NGS-based analysis of large genes such as BRCA1 and BRCA2 from FFPE sample has proved to be more challenging than similar testing performed on blood-derived DNA. First of all, formalin fixation modifies bases in the DNA which are the source of artefacts that can blur identification of pathogenic variants. Additionally, formalin-based fixation should be performed strictly to the protocol as DNA is prone to break and shear in spots of formaldehyde-introduce crosslinks. Overfixation of sample is a major reason of excessive fragmentation of DNA which is not compatible with downstream analysis steps, such as library generation [20, 21].
In the current study, with in-house derived and processed material, only 2% of samples gave inconclusive test result due to insufficient quality of DNA which is lower than published from other centers [22]. We attribute this low testing failure rate for FFPE samples to an excellent crossdisciplinary cooperation model between surgery unit, pathology and molecular diagnostics laboratory we have set up in our center to ensure optimal pipeline of sample acquisition, sample fixation & processing and downstream molecular analysis.
Secondly, the availability of PARP inhibitors (PARPi), now also in newly diagnosed ovarian cancer patients, has remodelled BRCA testing referral pattern. In order to ensure that BRCA1, BRCA2 genes status is known in time for first line treatment decisions, patients should be referred for molecular testing at the time of cytoreductive surgery by the operating surgeon. In our center, a vast majority of patients are automatically referred for testing upon debulking surgery and confirmation of the diagnosis by the pathologist. This ensures on-time identification of patients qualifying for PARPi treatment and allows to minimize the number of tests performed on archival FFPE samples that could be subject to degradation [23].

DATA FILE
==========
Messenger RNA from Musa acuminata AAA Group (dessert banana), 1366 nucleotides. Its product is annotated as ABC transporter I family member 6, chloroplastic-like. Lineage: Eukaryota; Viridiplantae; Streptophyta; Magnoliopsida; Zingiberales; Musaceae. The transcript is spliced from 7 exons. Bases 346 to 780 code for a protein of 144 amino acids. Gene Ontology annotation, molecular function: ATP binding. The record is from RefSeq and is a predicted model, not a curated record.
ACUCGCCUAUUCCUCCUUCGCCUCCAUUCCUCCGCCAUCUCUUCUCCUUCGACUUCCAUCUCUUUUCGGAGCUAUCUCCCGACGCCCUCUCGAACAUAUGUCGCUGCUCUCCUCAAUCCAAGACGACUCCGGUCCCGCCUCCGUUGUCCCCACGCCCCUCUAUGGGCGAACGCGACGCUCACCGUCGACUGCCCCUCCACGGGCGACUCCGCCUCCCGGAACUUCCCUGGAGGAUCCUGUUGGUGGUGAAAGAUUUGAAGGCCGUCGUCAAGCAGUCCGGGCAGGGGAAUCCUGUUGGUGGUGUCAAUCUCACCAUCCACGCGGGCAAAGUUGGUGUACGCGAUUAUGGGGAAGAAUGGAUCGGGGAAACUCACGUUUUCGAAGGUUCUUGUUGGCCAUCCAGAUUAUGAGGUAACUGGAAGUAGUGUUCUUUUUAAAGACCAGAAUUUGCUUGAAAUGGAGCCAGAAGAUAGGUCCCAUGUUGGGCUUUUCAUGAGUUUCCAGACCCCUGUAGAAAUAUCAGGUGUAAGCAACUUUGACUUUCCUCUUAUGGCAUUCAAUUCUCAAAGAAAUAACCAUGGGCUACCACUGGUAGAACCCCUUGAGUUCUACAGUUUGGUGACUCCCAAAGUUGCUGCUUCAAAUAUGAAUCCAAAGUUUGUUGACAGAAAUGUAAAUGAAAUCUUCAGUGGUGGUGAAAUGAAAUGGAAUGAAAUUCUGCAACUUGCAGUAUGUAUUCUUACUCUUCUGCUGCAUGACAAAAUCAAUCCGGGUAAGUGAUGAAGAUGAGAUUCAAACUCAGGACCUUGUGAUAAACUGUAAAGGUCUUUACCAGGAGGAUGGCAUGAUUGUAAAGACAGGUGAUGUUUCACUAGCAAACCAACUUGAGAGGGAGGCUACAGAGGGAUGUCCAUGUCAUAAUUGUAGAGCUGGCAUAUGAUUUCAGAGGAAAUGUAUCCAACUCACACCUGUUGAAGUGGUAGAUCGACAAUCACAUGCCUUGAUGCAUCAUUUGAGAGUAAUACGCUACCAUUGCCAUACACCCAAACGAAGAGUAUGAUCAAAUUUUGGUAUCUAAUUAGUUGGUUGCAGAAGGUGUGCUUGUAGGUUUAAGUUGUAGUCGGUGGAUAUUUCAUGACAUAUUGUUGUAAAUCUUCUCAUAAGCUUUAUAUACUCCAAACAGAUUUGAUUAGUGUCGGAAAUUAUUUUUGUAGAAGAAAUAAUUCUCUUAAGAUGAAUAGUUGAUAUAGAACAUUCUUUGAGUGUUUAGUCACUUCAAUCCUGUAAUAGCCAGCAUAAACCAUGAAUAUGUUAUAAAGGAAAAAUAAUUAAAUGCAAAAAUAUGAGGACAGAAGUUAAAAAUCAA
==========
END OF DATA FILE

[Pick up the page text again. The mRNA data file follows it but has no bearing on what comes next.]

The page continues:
In this study we identified pathogenic BRCA mutation in 24% of unselected ovarian cancer cases. Among patients with serous subtype, mutation was found in 29% of samples. These results are in line with similar analyses of smaller groups performed in the Polish population (28%) by other investigators, as well as studies performed by Italian or Chinese groups, 28% and 26%, respectively [13, 24, 25].
Many countries with strong founder effect in BRCA1 & BRCA2 mutation epidemiology such as Poland have originally set up their testing system on a panel of most frequent founder loci analysis to optimize cost effectiveness. In this study we show that in our region only 30% (16/49) of identified mutations belong to the founder/recurrent spectrum, further reinforcing the need to shift from founder to NGS-based approach (Table II) [9]. Thanks to cooperation with the Genetic Counselling Unit, for 41 (84%) of identified patients it was possible to determine somatic vs. germline mutation status and provide extensive genetic counselling. The analysis showed that 17% of the mutations were germinal and only 3% were somatic.
The frequency of germline mutations (17%) detected in this work is similar to those reported in the literature (14-23%) and could be higher if we verified the status (germinal vs. somatic) in 8 (4%) cases (Fig. 2) [6, 10, 12]. According to published data, prevalence of somatic BRCA1 and BRCA2 mutations varies between 3% and 10%. Our results (3%) fall almost below this range most likely due to the sample size and inability to verify somatic vs. germline status for 8 (4%) patients in the cohort. Additionally, in our bioinformatic pipeline we apply a minimum 5% allelic frequency cut-off which might have contributed to lower detection of somatic variants.